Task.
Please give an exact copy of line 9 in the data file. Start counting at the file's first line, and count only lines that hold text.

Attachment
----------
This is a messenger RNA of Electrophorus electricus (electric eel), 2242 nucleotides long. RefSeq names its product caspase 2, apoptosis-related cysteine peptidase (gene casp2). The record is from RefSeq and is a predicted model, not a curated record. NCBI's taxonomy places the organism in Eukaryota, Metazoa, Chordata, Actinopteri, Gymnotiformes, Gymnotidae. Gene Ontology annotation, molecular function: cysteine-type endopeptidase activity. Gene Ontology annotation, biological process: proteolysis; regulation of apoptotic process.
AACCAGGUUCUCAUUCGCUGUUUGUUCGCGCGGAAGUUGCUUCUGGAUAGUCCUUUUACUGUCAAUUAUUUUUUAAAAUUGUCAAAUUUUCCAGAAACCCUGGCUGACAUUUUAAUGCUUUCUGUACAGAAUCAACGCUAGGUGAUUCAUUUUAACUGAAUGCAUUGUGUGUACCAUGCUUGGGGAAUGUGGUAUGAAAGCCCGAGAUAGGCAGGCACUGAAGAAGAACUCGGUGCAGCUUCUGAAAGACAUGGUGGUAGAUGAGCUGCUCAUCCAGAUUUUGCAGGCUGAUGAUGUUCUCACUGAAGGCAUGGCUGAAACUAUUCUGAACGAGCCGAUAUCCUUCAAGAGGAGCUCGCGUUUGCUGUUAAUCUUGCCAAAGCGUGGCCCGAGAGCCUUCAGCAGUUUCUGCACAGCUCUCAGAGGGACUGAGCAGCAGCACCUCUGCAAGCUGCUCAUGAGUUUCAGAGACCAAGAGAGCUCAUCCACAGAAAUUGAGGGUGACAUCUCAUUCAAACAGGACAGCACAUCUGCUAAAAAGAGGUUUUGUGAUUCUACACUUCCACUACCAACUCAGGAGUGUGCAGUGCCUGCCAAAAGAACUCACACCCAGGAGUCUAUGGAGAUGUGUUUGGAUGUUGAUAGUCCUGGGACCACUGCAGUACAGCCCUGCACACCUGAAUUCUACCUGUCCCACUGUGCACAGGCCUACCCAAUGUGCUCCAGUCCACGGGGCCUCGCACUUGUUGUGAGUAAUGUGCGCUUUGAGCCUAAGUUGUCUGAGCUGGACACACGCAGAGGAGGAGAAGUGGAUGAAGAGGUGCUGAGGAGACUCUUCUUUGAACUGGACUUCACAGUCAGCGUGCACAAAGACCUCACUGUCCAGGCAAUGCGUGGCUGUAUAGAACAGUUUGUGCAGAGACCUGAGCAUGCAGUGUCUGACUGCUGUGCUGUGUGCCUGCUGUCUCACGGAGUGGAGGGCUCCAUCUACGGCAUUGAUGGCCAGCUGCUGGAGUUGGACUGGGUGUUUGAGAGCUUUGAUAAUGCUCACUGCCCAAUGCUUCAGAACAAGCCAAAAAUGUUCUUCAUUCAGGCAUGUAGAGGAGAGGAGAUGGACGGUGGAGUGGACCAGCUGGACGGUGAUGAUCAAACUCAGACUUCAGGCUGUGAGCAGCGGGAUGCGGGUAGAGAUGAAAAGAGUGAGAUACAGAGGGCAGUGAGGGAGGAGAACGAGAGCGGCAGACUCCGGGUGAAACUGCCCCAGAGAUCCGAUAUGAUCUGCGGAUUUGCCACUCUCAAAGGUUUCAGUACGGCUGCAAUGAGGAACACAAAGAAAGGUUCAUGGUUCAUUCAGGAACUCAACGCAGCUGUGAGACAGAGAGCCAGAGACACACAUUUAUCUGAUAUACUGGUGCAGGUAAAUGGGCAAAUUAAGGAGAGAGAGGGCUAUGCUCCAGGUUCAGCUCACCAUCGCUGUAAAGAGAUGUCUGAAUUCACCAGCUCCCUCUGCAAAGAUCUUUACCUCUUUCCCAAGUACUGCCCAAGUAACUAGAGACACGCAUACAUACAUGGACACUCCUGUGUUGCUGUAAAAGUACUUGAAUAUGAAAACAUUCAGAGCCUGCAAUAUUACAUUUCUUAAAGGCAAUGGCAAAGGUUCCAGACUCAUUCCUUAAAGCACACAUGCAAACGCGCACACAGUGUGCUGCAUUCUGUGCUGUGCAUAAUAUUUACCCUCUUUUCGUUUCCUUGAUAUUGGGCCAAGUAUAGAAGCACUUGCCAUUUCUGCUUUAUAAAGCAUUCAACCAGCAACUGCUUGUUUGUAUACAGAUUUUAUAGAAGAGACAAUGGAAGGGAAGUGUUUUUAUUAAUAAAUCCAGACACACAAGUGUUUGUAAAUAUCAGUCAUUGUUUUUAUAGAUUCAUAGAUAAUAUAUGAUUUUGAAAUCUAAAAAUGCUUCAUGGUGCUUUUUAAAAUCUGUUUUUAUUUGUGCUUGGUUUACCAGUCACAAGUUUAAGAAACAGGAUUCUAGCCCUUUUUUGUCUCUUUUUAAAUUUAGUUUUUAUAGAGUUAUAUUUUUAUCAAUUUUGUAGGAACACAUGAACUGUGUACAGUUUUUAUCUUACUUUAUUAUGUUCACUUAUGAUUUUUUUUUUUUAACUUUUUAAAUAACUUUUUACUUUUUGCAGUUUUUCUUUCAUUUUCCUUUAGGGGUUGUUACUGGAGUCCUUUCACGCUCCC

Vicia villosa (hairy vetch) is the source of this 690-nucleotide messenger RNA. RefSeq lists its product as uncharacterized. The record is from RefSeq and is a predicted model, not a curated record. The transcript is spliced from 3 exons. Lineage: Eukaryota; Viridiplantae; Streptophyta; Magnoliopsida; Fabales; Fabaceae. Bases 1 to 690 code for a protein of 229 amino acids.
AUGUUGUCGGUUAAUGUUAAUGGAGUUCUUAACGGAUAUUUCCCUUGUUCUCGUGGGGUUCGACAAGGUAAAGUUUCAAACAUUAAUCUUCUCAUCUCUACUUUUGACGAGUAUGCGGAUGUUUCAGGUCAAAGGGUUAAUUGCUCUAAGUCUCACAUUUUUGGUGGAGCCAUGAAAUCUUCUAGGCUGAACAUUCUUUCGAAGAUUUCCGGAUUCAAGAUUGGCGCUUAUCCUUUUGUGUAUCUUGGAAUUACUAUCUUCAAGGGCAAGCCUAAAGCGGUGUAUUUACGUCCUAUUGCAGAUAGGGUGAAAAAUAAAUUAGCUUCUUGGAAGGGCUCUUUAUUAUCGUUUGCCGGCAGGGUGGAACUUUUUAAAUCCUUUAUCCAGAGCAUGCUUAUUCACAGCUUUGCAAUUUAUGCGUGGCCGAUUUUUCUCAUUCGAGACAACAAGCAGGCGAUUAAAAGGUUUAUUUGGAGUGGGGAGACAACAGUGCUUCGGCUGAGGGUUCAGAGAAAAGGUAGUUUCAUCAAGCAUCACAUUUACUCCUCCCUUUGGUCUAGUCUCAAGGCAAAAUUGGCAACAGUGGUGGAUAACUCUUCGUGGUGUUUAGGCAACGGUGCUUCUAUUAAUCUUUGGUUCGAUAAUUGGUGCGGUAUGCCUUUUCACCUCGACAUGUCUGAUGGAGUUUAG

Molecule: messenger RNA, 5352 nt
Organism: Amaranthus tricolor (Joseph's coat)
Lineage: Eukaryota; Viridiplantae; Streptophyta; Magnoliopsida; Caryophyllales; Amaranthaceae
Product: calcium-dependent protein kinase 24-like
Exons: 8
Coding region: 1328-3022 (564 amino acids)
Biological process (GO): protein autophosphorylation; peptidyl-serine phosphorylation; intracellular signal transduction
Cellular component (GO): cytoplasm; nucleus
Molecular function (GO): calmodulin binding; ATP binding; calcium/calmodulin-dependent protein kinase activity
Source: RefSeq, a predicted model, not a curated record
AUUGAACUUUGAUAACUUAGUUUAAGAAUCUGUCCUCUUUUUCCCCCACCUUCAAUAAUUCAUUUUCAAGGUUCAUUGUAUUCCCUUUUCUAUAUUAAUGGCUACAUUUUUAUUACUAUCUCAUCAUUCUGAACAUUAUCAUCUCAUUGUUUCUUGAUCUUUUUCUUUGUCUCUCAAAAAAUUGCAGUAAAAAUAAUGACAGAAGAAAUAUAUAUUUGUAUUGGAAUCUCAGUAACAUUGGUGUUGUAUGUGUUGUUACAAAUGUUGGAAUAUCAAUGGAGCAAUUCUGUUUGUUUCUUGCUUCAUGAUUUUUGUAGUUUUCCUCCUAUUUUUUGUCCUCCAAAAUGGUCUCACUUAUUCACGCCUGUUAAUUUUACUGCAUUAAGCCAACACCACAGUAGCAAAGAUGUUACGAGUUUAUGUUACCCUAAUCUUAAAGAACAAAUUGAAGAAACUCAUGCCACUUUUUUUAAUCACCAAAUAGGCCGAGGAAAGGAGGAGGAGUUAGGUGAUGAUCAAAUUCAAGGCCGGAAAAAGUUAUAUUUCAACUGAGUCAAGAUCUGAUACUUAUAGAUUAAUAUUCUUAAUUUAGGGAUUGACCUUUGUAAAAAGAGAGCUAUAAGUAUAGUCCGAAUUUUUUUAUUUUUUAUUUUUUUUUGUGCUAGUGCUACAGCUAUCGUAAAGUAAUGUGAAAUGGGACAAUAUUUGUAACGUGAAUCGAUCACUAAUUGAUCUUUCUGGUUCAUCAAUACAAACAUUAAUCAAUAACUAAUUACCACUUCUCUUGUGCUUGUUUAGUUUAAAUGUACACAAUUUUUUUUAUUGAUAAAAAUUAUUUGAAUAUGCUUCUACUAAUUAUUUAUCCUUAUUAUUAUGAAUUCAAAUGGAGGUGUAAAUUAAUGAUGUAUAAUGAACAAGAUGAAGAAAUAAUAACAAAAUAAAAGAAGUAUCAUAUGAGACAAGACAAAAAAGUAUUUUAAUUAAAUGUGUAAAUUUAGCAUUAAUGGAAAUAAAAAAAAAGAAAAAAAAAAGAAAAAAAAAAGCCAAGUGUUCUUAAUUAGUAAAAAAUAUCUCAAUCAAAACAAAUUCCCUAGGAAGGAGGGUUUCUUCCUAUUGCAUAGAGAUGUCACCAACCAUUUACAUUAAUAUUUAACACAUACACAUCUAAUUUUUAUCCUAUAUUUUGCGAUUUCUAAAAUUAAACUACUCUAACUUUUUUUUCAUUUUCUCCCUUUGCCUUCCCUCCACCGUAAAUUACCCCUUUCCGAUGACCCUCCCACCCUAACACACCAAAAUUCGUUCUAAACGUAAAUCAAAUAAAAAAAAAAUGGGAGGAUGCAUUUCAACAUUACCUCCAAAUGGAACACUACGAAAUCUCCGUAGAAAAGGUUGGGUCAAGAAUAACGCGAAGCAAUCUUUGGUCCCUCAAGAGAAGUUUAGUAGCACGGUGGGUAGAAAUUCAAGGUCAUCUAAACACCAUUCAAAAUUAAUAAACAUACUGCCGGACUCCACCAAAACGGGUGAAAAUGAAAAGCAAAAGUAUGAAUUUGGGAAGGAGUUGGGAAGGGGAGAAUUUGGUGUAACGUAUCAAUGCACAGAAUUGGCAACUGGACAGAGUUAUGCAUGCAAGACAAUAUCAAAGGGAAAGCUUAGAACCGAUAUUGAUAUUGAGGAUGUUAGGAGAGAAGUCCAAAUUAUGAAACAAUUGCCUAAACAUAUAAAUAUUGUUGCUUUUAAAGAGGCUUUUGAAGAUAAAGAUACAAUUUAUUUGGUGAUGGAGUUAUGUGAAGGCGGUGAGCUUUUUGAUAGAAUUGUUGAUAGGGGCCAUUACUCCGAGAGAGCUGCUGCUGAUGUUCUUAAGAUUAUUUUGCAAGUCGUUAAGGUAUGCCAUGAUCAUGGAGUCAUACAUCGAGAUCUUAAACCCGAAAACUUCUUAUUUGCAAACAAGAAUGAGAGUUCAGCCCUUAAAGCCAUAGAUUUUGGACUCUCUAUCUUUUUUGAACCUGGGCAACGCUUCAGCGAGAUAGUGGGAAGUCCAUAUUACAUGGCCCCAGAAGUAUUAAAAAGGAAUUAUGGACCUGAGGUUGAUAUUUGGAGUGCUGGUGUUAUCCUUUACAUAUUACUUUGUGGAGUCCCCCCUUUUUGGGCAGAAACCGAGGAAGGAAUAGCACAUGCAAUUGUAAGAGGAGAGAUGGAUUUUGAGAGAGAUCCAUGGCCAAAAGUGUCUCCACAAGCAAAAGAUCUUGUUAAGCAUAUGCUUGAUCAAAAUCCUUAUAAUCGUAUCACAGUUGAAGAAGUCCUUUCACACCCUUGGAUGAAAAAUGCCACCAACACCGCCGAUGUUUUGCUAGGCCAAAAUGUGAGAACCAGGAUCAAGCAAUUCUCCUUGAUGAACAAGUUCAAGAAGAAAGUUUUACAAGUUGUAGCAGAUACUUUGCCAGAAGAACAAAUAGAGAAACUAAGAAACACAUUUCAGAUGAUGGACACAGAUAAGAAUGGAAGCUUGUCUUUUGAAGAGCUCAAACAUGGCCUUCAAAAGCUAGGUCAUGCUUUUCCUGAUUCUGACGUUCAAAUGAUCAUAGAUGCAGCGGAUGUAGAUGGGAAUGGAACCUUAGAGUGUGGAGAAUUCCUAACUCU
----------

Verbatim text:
Exons: 8